In vitro experiments revealed that collagen-type-I production by fibronectin-deficient hepatic stellate cells stimulated with TGF-β was more pronounced, and was associated with augmented Smad3-mediated signaling. Interfering with TGF-β signaling using SB431542 normalized collagen-type-I production in fibronectin-deficient hepatic stellate cells. Furthermore, precoating culture plates with fibronectin, but not collagen, or providing fibronectin fibrils unable to interact with RGD binding integrins via the RGD domain significantly diminished the amount of active TGF-β in fibronectin-deficient stellate cells and normalized collagen-type-I production in response to TGF-β stimulation. Thus, excessive stellate cell activation and production of collagen results from increased active TGF-β and TGF-β signaling in the absence of fibronectin.
In conclusion, our data indicate that fibronectin controls the availability of active TGF-β in the injured liver, which impacts the severity of the resulting fibrosis. We therefore propose a novel role for locally produced fibronectin in protecting the liver from an excessive TGF-β-mediated response.
PLoS ONE 11/2011; 6(11):e28181. DOI:10.1371/journal.pone.0028181 · 3.23 Impact Factor
[Show abstract][Hide abstract] ABSTRACT: The antibody-mediated targeted delivery of cytokines, growth factors and immunomodulators offers great potential for the therapy of cancer and other serious conditions. Interferon-alpha has long been used in the clinic for the treatment of patients with certain malignancies or with viral disease. Promising anticancer activity has recently been reported for two fusion proteins consisting of immunoglobulins bearing the interferon-alpha polypeptide at the C-terminal end of the molecule. Here we describe the design, production and characterization of a novel immunocytokine, in which murine interferon-alpha2 was sequentially fused with the tumor-targeting antibody fragment scFv(F8), specific to the alternatively-spliced EDA domain of fibronectin. The resulting fusion protein (F8-IFNa) could be produced to homogeneity and was shown to retain both antigen binding activity and interferon-alpha activity. Biodistribution studies in tumor-bearing mice with radioiodinated protein preparations confirmed the ability of F8-IFNa to selectively localize at the tumor site. However, using two different murine models of cancer (F9 teratocarcinomas and Cloudman S91 melanomas in immunocompetent mice), we could not detect a striking superiority for the therapeutic performance of F8-IFNa as compared to KSF-IFNa, a fusion protein of irrelevant specificity in the mouse which was used as negative control. In the paper, we present hypotheses why the antibody-based pharmacodelivery of interferon-alpha fails to eradicate tumors, in contrast to the situation observed by our group for other immunocytokines, which benefit from a selective localization at the tumor site.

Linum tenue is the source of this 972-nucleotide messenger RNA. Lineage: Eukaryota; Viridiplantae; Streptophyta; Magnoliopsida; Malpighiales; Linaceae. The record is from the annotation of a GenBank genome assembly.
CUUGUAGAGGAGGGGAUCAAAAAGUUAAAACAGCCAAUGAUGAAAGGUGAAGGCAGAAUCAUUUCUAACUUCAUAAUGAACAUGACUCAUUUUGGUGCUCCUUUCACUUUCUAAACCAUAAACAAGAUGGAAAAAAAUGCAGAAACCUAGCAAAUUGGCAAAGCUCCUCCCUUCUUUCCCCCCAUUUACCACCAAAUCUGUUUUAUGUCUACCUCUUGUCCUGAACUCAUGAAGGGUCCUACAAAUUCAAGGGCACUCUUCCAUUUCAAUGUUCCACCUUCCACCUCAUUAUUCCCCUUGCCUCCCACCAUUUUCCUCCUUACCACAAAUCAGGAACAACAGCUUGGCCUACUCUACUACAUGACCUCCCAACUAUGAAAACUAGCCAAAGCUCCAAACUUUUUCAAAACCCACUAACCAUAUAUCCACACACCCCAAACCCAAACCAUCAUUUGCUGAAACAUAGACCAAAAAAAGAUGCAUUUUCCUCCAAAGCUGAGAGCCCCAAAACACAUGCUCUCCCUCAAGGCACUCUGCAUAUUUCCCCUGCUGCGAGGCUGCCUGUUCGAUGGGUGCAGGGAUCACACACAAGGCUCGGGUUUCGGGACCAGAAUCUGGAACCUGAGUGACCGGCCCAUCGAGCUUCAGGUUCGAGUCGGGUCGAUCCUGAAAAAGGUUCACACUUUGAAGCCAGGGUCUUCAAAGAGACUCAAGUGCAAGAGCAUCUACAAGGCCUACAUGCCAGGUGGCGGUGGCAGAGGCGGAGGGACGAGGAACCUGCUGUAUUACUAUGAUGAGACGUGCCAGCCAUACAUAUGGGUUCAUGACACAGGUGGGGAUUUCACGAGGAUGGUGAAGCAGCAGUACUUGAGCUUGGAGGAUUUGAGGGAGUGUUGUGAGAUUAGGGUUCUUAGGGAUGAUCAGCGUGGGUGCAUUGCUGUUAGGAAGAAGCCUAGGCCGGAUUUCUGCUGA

[Show abstract][Hide abstract] ABSTRACT: Transforming growth factor beta (TGFβ) is a multipotent cytokine that is sequestered in the extracellular matrix (ECM) through interactions with a number of ECM proteins. The ECM serves to concentrate latent TGFβ at sites of intended function, to influence the bioavailability and/or function of TGFβ activators, and perhaps to regulate the intrinsic performance of cell surface effectors of TGFβ signal propagation. The downstream consequences of TGFβ signaling cascades in turn provide feedback modulation of the ECM. This review covers recent examples of how genetic mutations in constituents of the ECM or TGFβ signaling cascade result in altered ECM homeostasis, cellular performance and ultimately disease, with an emphasis on emerging therapeutic strategies that seek to capitalize on this refined mechanistic understanding.